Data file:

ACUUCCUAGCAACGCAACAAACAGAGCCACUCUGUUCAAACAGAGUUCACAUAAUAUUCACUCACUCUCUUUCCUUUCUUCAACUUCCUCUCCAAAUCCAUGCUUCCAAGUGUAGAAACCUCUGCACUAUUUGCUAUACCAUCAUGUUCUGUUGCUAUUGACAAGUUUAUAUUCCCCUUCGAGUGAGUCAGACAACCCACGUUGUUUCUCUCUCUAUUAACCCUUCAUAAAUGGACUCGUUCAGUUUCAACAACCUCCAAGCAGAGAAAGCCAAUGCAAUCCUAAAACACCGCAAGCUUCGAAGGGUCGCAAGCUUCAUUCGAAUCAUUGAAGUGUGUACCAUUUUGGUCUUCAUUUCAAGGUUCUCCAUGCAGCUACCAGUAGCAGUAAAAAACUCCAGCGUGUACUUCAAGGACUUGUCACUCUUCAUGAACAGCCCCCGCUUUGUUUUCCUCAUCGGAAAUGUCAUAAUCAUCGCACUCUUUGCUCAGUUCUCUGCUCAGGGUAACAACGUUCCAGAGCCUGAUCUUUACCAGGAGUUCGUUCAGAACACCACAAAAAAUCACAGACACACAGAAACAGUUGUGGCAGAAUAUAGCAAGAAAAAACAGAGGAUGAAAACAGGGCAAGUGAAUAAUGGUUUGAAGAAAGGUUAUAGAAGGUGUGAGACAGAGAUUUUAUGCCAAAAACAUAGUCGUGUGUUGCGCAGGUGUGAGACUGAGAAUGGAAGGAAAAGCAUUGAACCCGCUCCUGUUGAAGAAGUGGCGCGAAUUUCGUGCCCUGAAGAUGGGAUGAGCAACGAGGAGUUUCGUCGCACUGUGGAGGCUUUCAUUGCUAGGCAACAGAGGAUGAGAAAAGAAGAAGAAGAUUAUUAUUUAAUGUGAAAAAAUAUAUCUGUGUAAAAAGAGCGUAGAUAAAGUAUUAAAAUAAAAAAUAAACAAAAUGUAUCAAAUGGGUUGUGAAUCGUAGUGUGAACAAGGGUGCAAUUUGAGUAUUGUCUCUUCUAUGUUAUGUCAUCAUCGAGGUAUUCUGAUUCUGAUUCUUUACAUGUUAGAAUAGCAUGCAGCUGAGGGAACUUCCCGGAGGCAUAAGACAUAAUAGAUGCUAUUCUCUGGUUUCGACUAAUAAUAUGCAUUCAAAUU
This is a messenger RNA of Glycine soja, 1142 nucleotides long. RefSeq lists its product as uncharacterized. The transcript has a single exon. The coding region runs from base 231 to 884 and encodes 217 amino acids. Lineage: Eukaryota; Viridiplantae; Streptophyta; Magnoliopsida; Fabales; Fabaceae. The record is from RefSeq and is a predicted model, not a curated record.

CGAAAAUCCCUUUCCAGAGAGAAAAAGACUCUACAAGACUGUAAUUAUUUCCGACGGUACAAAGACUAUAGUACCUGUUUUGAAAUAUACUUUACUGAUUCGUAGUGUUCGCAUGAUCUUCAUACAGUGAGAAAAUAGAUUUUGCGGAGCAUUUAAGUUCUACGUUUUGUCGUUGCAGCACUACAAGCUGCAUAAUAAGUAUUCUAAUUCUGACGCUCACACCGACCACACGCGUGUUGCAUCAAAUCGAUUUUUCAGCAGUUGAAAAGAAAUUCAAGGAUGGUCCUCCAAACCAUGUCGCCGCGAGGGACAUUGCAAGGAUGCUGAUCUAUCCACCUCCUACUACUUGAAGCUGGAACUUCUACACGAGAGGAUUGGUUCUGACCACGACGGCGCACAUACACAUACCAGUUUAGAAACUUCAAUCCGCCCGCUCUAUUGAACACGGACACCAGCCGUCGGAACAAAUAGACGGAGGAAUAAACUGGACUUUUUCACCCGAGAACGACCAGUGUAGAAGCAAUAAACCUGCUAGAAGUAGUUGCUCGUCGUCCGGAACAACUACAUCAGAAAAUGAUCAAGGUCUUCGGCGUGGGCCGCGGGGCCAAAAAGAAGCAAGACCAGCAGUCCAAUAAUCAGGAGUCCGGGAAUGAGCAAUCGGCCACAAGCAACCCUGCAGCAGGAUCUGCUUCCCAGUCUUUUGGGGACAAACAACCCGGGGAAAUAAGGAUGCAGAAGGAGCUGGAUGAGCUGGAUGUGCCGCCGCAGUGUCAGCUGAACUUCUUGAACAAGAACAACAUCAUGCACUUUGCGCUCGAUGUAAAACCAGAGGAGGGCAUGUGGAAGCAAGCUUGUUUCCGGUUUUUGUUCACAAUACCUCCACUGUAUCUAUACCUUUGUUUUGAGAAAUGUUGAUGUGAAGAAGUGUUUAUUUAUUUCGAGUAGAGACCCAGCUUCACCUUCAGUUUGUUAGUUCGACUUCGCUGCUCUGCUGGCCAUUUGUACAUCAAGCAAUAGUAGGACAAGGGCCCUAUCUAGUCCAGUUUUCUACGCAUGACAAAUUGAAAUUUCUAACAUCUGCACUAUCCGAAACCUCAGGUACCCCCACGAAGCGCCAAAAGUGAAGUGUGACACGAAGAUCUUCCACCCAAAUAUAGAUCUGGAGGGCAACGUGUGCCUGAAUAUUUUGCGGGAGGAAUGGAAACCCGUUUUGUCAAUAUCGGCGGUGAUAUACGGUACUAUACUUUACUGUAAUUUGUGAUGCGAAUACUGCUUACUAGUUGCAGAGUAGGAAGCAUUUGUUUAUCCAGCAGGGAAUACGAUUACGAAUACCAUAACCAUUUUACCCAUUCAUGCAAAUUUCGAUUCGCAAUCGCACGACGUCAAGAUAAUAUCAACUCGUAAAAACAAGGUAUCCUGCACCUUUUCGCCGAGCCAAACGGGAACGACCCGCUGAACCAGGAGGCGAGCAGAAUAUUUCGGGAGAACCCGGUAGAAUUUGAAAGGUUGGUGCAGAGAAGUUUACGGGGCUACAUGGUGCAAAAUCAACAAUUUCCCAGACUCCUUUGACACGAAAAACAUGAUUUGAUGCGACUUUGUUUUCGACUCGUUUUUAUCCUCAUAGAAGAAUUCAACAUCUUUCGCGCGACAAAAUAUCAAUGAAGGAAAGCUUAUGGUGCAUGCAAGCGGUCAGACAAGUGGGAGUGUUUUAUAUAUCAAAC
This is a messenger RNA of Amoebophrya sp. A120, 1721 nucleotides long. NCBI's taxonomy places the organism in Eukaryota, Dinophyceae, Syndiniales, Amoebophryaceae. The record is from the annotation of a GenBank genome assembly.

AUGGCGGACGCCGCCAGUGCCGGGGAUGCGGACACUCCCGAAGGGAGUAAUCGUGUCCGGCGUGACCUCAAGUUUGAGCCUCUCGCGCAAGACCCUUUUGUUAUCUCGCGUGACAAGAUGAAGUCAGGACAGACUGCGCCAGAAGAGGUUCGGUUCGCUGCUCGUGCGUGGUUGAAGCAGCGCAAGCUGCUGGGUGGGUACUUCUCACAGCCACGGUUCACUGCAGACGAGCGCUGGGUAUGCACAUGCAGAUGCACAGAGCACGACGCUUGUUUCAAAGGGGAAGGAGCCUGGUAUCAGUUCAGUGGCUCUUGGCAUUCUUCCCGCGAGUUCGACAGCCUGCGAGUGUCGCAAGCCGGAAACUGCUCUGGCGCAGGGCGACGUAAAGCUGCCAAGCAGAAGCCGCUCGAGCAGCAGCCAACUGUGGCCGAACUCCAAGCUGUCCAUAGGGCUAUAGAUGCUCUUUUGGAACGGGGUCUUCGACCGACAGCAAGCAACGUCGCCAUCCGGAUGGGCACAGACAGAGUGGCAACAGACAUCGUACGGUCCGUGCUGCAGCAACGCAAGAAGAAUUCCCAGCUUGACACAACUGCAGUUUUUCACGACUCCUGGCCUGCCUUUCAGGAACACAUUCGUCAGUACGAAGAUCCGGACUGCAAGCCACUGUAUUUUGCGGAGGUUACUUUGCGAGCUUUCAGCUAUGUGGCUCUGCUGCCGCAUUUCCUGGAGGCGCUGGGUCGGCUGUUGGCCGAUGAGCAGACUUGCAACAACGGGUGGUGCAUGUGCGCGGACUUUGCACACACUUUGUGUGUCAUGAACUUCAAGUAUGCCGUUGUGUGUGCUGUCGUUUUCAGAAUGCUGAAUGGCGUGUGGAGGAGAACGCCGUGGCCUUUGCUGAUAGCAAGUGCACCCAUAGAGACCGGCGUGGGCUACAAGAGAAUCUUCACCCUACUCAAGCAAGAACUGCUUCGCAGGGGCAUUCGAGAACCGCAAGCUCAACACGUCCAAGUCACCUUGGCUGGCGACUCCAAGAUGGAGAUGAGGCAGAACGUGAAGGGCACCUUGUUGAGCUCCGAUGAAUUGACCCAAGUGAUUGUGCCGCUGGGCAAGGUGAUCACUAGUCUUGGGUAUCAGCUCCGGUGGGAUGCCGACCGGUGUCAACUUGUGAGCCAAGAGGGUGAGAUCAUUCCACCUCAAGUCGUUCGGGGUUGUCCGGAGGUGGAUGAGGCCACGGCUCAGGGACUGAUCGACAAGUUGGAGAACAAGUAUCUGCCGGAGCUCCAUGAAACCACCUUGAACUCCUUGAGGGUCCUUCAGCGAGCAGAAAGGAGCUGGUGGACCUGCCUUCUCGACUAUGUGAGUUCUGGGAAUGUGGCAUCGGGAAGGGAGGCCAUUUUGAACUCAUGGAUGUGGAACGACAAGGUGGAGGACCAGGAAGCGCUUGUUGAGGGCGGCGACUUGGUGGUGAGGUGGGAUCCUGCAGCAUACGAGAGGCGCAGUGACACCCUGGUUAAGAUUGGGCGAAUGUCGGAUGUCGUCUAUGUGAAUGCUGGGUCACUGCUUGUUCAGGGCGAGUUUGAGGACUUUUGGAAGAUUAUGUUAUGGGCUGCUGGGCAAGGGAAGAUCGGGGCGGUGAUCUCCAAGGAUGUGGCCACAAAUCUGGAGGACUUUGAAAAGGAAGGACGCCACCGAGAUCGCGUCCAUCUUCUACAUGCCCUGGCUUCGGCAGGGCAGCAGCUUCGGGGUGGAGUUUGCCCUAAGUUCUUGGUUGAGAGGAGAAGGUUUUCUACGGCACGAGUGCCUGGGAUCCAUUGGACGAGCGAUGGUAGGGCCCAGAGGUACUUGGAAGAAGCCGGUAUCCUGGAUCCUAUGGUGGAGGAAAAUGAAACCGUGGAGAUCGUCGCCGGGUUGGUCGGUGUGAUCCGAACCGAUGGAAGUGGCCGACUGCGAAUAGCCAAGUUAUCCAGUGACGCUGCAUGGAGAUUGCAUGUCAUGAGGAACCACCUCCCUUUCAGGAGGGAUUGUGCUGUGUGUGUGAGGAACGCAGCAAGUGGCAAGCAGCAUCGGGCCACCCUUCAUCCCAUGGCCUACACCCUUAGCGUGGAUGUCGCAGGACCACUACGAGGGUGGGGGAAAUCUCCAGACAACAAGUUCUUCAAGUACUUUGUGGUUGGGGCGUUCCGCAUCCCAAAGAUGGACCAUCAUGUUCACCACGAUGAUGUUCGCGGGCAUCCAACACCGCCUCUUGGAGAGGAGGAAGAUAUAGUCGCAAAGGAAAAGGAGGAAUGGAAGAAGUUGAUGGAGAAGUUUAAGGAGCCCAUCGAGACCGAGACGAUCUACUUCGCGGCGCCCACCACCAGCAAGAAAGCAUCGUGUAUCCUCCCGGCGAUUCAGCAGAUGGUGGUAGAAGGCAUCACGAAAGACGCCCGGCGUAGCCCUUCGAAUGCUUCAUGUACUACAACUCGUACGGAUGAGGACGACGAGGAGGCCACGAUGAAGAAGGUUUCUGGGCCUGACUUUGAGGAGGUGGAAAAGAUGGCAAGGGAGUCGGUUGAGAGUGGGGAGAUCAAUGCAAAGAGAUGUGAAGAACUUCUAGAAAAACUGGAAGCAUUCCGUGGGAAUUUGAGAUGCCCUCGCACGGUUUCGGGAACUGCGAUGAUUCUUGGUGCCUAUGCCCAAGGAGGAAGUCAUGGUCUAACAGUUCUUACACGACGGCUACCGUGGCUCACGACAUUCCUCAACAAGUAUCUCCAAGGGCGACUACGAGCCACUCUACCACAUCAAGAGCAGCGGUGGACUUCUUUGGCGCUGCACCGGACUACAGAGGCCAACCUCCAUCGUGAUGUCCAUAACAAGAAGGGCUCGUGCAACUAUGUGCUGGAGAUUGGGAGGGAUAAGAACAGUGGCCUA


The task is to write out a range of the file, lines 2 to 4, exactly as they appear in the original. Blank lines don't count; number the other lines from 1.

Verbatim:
This is a messenger RNA of Glycine soja, 1142 nucleotides long. RefSeq lists its product as uncharacterized. The transcript has a single exon. The coding region runs from base 231 to 884 and encodes 217 amino acids. Lineage: Eukaryota; Viridiplantae; Streptophyta; Magnoliopsida; Fabales; Fabaceae. The record is from RefSeq and is a predicted model, not a curated record.

CGAAAAUCCCUUUCCAGAGAGAAAAAGACUCUACAAGACUGUAAUUAUUUCCGACGGUACAAAGACUAUAGUACCUGUUUUGAAAUAUACUUUACUGAUUCGUAGUGUUCGCAUGAUCUUCAUACAGUGAGAAAAUAGAUUUUGCGGAGCAUUUAAGUUCUACGUUUUGUCGUUGCAGCACUACAAGCUGCAUAAUAAGUAUUCUAAUUCUGACGCUCACACCGACCACACGCGUGUUGCAUCAAAUCGAUUUUUCAGCAGUUGAAAAGAAAUUCAAGGAUGGUCCUCCAAACCAUGUCGCCGCGAGGGACAUUGCAAGGAUGCUGAUCUAUCCACCUCCUACUACUUGAAGCUGGAACUUCUACACGAGAGGAUUGGUUCUGACCACGACGGCGCACAUACACAUACCAGUUUAGAAACUUCAAUCCGCCCGCUCUAUUGAACACGGACACCAGCCGUCGGAACAAAUAGACGGAGGAAUAAACUGGACUUUUUCACCCGAGAACGACCAGUGUAGAAGCAAUAAACCUGCUAGAAGUAGUUGCUCGUCGUCCGGAACAACUACAUCAGAAAAUGAUCAAGGUCUUCGGCGUGGGCCGCGGGGCCAAAAAGAAGCAAGACCAGCAGUCCAAUAAUCAGGAGUCCGGGAAUGAGCAAUCGGCCACAAGCAACCCUGCAGCAGGAUCUGCUUCCCAGUCUUUUGGGGACAAACAACCCGGGGAAAUAAGGAUGCAGAAGGAGCUGGAUGAGCUGGAUGUGCCGCCGCAGUGUCAGCUGAACUUCUUGAACAAGAACAACAUCAUGCACUUUGCGCUCGAUGUAAAACCAGAGGAGGGCAUGUGGAAGCAAGCUUGUUUCCGGUUUUUGUUCACAAUACCUCCACUGUAUCUAUACCUUUGUUUUGAGAAAUGUUGAUGUGAAGAAGUGUUUAUUUAUUUCGAGUAGAGACCCAGCUUCACCUUCAGUUUGUUAGUUCGACUUCGCUGCUCUGCUGGCCAUUUGUACAUCAAGCAAUAGUAGGACAAGGGCCCUAUCUAGUCCAGUUUUCUACGCAUGACAAAUUGAAAUUUCUAACAUCUGCACUAUCCGAAACCUCAGGUACCCCCACGAAGCGCCAAAAGUGAAGUGUGACACGAAGAUCUUCCACCCAAAUAUAGAUCUGGAGGGCAACGUGUGCCUGAAUAUUUUGCGGGAGGAAUGGAAACCCGUUUUGUCAAUAUCGGCGGUGAUAUACGGUACUAUACUUUACUGUAAUUUGUGAUGCGAAUACUGCUUACUAGUUGCAGAGUAGGAAGCAUUUGUUUAUCCAGCAGGGAAUACGAUUACGAAUACCAUAACCAUUUUACCCAUUCAUGCAAAUUUCGAUUCGCAAUCGCACGACGUCAAGAUAAUAUCAACUCGUAAAAACAAGGUAUCCUGCACCUUUUCGCCGAGCCAAACGGGAACGACCCGCUGAACCAGGAGGCGAGCAGAAUAUUUCGGGAGAACCCGGUAGAAUUUGAAAGGUUGGUGCAGAGAAGUUUACGGGGCUACAUGGUGCAAAAUCAACAAUUUCCCAGACUCCUUUGACACGAAAAACAUGAUUUGAUGCGACUUUGUUUUCGACUCGUUUUUAUCCUCAUAGAAGAAUUCAACAUCUUUCGCGCGACAAAAUAUCAAUGAAGGAAAGCUUAUGGUGCAUGCAAGCGGUCAGACAAGUGGGAGUGUUUUAUAUAUCAAAC
This is a messenger RNA of Amoebophrya sp. A120, 1721 nucleotides long. NCBI's taxonomy places the organism in Eukaryota, Dinophyceae, Syndiniales, Amoebophryaceae. The record is from the annotation of a GenBank genome assembly.